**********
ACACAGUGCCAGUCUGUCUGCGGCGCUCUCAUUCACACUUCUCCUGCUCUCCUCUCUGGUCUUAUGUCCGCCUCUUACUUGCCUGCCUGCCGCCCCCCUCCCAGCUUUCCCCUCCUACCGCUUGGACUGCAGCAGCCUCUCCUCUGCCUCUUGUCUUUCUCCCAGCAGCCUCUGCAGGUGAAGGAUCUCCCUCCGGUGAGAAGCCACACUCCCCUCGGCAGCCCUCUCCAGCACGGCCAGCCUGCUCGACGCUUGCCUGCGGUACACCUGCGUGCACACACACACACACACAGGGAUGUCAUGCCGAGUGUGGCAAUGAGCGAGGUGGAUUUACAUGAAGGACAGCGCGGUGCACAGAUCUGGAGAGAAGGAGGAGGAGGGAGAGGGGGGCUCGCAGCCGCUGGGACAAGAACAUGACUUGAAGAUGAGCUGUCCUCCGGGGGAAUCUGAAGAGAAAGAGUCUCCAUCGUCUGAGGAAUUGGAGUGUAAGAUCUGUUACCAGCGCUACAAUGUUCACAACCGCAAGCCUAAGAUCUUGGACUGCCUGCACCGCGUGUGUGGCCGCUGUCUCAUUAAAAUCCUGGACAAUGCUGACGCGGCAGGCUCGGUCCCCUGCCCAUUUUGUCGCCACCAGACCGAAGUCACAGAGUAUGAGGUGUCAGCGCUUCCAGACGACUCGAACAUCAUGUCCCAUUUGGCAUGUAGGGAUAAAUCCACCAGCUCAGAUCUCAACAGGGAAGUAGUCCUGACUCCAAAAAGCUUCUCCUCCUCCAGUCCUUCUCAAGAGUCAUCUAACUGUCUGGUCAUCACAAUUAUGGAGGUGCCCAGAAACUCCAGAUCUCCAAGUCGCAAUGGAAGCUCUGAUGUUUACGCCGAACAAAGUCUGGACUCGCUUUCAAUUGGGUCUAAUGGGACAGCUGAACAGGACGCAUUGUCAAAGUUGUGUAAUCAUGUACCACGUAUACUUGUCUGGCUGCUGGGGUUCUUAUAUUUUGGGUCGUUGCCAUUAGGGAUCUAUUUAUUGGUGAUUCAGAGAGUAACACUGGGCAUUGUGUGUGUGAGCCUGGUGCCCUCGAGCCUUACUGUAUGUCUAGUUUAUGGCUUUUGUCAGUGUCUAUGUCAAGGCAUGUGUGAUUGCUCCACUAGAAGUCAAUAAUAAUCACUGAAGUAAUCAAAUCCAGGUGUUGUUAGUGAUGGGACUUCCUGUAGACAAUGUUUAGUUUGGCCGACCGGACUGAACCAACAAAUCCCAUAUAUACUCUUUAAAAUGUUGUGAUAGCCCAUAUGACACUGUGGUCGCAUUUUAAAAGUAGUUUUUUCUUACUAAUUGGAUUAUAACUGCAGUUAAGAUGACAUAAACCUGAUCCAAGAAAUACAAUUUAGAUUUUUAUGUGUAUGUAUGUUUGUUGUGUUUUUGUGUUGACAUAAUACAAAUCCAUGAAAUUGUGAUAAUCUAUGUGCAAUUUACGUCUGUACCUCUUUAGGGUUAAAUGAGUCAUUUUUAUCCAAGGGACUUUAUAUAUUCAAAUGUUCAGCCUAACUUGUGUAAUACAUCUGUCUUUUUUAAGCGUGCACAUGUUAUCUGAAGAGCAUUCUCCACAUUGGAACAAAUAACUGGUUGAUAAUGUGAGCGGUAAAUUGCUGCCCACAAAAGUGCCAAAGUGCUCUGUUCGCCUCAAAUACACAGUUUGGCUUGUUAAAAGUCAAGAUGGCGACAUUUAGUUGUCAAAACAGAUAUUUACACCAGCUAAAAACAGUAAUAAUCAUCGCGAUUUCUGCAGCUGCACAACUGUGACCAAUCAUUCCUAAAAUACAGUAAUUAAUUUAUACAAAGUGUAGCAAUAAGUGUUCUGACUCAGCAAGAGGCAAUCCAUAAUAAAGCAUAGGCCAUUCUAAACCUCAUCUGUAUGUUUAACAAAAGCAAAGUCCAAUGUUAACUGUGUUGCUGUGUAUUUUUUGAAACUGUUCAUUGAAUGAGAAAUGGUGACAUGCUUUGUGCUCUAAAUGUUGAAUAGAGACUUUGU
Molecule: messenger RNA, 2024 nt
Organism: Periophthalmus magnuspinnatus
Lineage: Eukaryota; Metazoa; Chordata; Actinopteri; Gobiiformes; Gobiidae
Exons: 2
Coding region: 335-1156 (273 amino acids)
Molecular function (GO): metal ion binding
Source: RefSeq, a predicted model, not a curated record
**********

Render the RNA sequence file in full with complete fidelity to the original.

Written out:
ACACAGUGCCAGUCUGUCUGCGGCGCUCUCAUUCACACUUCUCCUGCUCUCCUCUCUGGUCUUAUGUCCGCCUCUUACUUGCCUGCCUGCCGCCCCCCUCCCAGCUUUCCCCUCCUACCGCUUGGACUGCAGCAGCCUCUCCUCUGCCUCUUGUCUUUCUCCCAGCAGCCUCUGCAGGUGAAGGAUCUCCCUCCGGUGAGAAGCCACACUCCCCUCGGCAGCCCUCUCCAGCACGGCCAGCCUGCUCGACGCUUGCCUGCGGUACACCUGCGUGCACACACACACACACACAGGGAUGUCAUGCCGAGUGUGGCAAUGAGCGAGGUGGAUUUACAUGAAGGACAGCGCGGUGCACAGAUCUGGAGAGAAGGAGGAGGAGGGAGAGGGGGGCUCGCAGCCGCUGGGACAAGAACAUGACUUGAAGAUGAGCUGUCCUCCGGGGGAAUCUGAAGAGAAAGAGUCUCCAUCGUCUGAGGAAUUGGAGUGUAAGAUCUGUUACCAGCGCUACAAUGUUCACAACCGCAAGCCUAAGAUCUUGGACUGCCUGCACCGCGUGUGUGGCCGCUGUCUCAUUAAAAUCCUGGACAAUGCUGACGCGGCAGGCUCGGUCCCCUGCCCAUUUUGUCGCCACCAGACCGAAGUCACAGAGUAUGAGGUGUCAGCGCUUCCAGACGACUCGAACAUCAUGUCCCAUUUGGCAUGUAGGGAUAAAUCCACCAGCUCAGAUCUCAACAGGGAAGUAGUCCUGACUCCAAAAAGCUUCUCCUCCUCCAGUCCUUCUCAAGAGUCAUCUAACUGUCUGGUCAUCACAAUUAUGGAGGUGCCCAGAAACUCCAGAUCUCCAAGUCGCAAUGGAAGCUCUGAUGUUUACGCCGAACAAAGUCUGGACUCGCUUUCAAUUGGGUCUAAUGGGACAGCUGAACAGGACGCAUUGUCAAAGUUGUGUAAUCAUGUACCACGUAUACUUGUCUGGCUGCUGGGGUUCUUAUAUUUUGGGUCGUUGCCAUUAGGGAUCUAUUUAUUGGUGAUUCAGAGAGUAACACUGGGCAUUGUGUGUGUGAGCCUGGUGCCCUCGAGCCUUACUGUAUGUCUAGUUUAUGGCUUUUGUCAGUGUCUAUGUCAAGGCAUGUGUGAUUGCUCCACUAGAAGUCAAUAAUAAUCACUGAAGUAAUCAAAUCCAGGUGUUGUUAGUGAUGGGACUUCCUGUAGACAAUGUUUAGUUUGGCCGACCGGACUGAACCAACAAAUCCCAUAUAUACUCUUUAAAAUGUUGUGAUAGCCCAUAUGACACUGUGGUCGCAUUUUAAAAGUAGUUUUUUCUUACUAAUUGGAUUAUAACUGCAGUUAAGAUGACAUAAACCUGAUCCAAGAAAUACAAUUUAGAUUUUUAUGUGUAUGUAUGUUUGUUGUGUUUUUGUGUUGACAUAAUACAAAUCCAUGAAAUUGUGAUAAUCUAUGUGCAAUUUACGUCUGUACCUCUUUAGGGUUAAAUGAGUCAUUUUUAUCCAAGGGACUUUAUAUAUUCAAAUGUUCAGCCUAACUUGUGUAAUACAUCUGUCUUUUUUAAGCGUGCACAUGUUAUCUGAAGAGCAUUCUCCACAUUGGAACAAAUAACUGGUUGAUAAUGUGAGCGGUAAAUUGCUGCCCACAAAAGUGCCAAAGUGCUCUGUUCGCCUCAAAUACACAGUUUGGCUUGUUAAAAGUCAAGAUGGCGACAUUUAGUUGUCAAAACAGAUAUUUACACCAGCUAAAAACAGUAAUAAUCAUCGCGAUUUCUGCAGCUGCACAACUGUGACCAAUCAUUCCUAAAAUACAGUAAUUAAUUUAUACAAAGUGUAGCAAUAAGUGUUCUGACUCAGCAAGAGGCAAUCCAUAAUAAAGCAUAGGCCAUUCUAAACCUCAUCUGUAUGUUUAACAAAAGCAAAGUCCAAUGUUAACUGUGUUGCUGUGUAUUUUUUGAAACUGUUCAUUGAAUGAGAAAUGGUGACAUGCUUUGUGCUCUAAAUGUUGAAUAGAGACUUUGU
Molecule: messenger RNA, 2024 nt
Organism: Periophthalmus magnuspinnatus
Lineage: Eukaryota; Metazoa; Chordata; Actinopteri; Gobiiformes; Gobiidae
Exons: 2
Coding region: 335-1156 (273 amino acids)
Molecular function (GO): metal ion binding
Source: RefSeq, a predicted model, not a curated record